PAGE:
You have researched how people form first impressions. Has anything about this changed as more people have been meeting on Zoom instead of in person?

I don’t think anything in terms of the basic psychology changes, just the medium is different, and the cues are different. To form impressions, people will graft onto whatever information is available. A lot of it has to do with appearance, grooming, and clothes.

Even if you tell them not to use a particular cue, they will still do it. In an experiment, participants who were shown photos of people they were told were in the same industry and had the same salary still said those with the more expensive clothing were more competent. A lot of these processes about impressions are almost automatic, certainly effortless. You can’t help it.

Can you shake a bad first impression?

It’s not that difficult as long as people have good information. If you have a new colleague and your first impression of them is bad, but you have lots of opportunities to observe them, you may change your mind.

The question is whether you will be in a situation where you can shake that first impression, whether you will have the opportunity to observe someone under different circumstances. Stereotypes can persist in the absence of information to correct them.

First impressions can become stereotypes?

Yes, I actually think of first impressions that are based on facial appearance as stereotypes. They draw on certain cues that are not specific to the person we form an impression of but are shared across many people. For example, faces perceived to be trustworthy tend to be smiling and more feminine, and have more baby-faced features.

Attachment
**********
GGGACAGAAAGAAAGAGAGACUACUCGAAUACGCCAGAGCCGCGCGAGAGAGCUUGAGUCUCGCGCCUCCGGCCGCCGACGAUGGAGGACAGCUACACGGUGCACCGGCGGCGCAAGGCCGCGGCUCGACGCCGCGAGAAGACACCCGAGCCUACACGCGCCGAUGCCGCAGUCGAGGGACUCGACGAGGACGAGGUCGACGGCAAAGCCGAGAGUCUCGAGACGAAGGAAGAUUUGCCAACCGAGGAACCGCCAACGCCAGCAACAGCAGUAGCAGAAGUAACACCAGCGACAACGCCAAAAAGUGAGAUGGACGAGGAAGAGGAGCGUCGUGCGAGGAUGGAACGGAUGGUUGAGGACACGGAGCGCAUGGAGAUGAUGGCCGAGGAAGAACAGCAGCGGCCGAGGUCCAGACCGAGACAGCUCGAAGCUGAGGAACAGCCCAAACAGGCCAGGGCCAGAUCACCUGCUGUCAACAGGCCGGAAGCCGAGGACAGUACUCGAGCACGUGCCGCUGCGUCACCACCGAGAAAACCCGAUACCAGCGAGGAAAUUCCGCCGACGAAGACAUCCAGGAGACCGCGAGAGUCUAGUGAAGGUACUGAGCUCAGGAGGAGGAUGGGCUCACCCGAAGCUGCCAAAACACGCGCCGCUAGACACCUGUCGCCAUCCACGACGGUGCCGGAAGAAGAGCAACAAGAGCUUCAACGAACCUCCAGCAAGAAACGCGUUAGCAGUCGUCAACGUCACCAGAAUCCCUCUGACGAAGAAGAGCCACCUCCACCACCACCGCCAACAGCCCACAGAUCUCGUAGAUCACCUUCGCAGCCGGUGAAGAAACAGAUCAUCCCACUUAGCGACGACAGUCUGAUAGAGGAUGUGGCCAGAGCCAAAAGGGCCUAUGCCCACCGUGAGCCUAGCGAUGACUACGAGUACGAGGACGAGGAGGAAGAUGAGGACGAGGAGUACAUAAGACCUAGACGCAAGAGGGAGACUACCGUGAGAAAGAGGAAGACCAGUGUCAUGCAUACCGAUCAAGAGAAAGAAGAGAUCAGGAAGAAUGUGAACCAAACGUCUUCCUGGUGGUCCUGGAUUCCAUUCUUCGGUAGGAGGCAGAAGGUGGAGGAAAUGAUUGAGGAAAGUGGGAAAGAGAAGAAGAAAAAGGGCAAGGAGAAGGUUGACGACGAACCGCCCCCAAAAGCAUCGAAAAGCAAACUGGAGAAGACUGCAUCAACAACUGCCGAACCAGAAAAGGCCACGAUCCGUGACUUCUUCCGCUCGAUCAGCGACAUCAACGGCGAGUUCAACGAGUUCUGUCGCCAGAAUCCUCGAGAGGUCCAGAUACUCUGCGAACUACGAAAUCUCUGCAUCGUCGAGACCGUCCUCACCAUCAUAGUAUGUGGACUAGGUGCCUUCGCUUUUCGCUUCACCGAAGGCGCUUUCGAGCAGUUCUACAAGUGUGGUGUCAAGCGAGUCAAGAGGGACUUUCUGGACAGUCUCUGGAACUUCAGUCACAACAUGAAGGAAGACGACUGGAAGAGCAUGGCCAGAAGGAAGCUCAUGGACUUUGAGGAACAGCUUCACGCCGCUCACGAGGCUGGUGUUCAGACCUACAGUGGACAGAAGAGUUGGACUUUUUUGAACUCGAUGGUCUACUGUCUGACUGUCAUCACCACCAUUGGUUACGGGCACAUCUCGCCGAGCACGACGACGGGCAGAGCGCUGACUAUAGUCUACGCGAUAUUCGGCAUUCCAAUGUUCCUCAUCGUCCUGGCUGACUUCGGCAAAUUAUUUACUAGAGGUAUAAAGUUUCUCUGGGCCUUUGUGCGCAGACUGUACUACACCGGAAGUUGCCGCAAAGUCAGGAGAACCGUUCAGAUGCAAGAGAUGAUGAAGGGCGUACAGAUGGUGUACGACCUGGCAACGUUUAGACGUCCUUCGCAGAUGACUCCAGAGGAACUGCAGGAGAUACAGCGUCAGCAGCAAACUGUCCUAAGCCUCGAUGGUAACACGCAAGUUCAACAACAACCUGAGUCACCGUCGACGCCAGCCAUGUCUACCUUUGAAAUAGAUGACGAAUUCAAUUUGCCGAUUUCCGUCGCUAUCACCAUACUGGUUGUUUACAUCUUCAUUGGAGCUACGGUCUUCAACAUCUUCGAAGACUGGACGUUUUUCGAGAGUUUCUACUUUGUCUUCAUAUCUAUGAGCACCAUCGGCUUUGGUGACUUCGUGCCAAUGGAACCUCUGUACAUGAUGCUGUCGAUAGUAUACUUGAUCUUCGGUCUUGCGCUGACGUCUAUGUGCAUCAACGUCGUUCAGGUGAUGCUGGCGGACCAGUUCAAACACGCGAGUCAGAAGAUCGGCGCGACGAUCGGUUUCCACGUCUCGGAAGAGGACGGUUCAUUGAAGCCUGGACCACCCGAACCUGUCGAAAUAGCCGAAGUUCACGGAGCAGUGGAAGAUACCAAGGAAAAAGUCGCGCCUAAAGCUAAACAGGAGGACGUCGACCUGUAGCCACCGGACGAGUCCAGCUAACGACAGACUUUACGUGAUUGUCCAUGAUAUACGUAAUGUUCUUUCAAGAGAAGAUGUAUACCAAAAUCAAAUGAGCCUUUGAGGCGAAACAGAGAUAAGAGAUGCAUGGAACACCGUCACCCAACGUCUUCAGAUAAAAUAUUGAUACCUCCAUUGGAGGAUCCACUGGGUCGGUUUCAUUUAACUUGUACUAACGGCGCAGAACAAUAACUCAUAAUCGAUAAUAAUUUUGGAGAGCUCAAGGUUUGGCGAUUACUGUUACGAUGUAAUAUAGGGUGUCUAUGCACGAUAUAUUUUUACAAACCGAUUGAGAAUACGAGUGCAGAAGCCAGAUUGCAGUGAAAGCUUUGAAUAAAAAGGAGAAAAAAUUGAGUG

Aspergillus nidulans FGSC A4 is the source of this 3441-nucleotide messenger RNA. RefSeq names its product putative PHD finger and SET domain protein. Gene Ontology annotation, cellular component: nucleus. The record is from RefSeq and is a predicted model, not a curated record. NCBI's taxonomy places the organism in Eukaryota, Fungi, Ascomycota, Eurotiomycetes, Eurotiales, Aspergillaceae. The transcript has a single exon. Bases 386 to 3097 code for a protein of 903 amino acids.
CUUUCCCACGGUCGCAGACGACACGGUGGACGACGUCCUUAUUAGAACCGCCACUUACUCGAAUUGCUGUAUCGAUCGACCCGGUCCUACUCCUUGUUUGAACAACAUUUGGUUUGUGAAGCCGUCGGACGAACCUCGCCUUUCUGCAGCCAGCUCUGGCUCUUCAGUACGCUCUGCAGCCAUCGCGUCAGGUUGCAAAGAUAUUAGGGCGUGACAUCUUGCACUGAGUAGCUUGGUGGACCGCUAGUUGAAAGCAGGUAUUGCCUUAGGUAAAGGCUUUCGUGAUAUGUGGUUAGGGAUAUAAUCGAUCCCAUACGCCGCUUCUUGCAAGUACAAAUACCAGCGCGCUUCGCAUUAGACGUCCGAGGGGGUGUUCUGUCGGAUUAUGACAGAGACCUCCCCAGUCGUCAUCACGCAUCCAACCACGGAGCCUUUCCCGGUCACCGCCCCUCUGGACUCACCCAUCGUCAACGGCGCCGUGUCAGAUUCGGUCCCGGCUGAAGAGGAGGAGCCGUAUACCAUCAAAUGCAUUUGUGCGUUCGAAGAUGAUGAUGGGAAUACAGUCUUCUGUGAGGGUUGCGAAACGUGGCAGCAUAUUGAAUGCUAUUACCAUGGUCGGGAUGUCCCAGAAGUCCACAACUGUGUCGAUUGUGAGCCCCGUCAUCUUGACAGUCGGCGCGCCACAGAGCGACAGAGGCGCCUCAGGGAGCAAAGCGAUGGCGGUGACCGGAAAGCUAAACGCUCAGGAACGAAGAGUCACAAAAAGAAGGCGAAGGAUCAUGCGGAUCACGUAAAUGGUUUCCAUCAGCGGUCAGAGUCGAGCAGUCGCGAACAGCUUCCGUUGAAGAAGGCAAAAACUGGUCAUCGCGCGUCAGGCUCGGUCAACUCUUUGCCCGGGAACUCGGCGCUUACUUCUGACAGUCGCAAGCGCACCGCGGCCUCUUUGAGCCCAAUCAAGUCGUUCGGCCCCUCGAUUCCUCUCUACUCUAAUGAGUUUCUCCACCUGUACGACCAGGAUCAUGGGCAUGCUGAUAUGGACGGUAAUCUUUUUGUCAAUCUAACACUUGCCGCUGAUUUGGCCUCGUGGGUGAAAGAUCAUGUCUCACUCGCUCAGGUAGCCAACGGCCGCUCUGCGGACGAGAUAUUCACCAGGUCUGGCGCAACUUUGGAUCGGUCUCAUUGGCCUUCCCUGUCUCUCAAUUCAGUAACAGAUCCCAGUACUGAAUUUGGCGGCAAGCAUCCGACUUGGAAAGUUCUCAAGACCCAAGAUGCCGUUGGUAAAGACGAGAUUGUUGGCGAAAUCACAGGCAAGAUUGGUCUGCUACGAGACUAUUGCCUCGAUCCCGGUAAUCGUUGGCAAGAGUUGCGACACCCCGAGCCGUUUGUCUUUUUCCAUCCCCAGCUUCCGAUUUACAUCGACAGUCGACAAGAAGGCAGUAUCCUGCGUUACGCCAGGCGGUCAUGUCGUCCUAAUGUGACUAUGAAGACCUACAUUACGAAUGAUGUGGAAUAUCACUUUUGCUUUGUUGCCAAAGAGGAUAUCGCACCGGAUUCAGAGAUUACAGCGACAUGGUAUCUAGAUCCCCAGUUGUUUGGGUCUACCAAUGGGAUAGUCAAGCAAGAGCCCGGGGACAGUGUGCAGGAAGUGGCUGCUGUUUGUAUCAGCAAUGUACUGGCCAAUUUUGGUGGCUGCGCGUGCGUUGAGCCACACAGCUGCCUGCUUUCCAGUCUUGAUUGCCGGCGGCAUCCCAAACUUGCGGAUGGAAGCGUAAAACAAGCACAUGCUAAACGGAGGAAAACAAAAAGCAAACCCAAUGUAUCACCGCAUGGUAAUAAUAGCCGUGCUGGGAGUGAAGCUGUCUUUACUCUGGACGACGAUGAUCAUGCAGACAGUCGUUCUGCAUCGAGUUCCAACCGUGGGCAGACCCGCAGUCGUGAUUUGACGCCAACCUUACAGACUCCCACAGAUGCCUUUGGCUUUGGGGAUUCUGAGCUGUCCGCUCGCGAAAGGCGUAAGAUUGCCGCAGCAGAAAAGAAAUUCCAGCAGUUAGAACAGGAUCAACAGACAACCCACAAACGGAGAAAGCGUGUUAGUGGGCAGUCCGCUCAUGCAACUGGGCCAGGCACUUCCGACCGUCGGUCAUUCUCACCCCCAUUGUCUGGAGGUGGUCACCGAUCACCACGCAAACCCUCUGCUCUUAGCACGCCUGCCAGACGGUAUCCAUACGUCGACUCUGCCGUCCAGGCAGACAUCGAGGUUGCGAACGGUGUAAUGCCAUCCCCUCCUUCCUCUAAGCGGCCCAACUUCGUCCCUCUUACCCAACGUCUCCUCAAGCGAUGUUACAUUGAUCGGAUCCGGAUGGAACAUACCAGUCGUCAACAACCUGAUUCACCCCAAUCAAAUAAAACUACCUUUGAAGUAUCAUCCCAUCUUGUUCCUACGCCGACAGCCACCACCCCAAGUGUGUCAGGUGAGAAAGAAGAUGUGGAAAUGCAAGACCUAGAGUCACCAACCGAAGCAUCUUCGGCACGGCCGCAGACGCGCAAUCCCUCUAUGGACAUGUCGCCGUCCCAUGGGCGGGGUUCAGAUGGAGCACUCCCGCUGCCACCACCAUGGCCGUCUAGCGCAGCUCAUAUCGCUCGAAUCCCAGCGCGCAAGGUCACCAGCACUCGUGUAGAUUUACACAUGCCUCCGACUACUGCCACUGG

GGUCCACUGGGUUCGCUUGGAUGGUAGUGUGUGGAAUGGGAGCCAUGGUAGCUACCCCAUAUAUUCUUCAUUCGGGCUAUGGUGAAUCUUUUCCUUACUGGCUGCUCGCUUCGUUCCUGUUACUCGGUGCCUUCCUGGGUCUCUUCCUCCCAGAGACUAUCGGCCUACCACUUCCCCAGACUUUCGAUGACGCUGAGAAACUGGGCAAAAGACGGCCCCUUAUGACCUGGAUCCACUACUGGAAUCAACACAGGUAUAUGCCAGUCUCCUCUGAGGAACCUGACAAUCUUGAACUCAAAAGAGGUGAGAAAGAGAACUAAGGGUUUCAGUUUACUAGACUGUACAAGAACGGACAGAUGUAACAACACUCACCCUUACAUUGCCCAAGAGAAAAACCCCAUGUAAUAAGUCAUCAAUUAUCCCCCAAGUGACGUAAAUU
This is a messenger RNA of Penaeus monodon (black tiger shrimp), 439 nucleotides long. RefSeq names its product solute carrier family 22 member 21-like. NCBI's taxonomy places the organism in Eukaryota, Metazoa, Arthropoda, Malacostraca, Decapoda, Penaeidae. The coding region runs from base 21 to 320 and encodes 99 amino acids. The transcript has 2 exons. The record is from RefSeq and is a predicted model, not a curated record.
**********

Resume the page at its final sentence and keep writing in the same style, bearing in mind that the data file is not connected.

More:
But these stereotypes can persist. Think about it in a hiring context. I never observe the people I don’t hire. Everything I observe is around the people who got the opportunity. What I see is the positive outcome of my decision.

My colleagues and I are doing some studies on this. Imagine a situation in which you have to decide whether to trust someone. If I trust you, and you reciprocate, that’s positive feedback. And in these situations, a person given trust most likely reciprocates. But if I decide on first impression to remove someone from this interaction in which most people cooperate, maybe because of ethnicity or gender, this is where the problem is. The people I interact with, I observe. The others, I cannot get any information about.

Think about social groups. If I have a preference for particular people, I frequently get good feedback about them. But if I don’t interact with others, I will never learn. I will continue living with stereotypes.

You’re bound to see stereotypes. Kids pick up on this early on. It’s not that kids are born with prejudices; they observe and learn them. Our brains are like statistical machines: we observe things around us, and we learn contingencies. If an unfair fact has a long history, we don’t think about the history, just what we see.

Alexander Todorov is the Leon Carroll Marshall Professor of Behavioral Science and Rosett Faculty Fellow at Chicago Booth.

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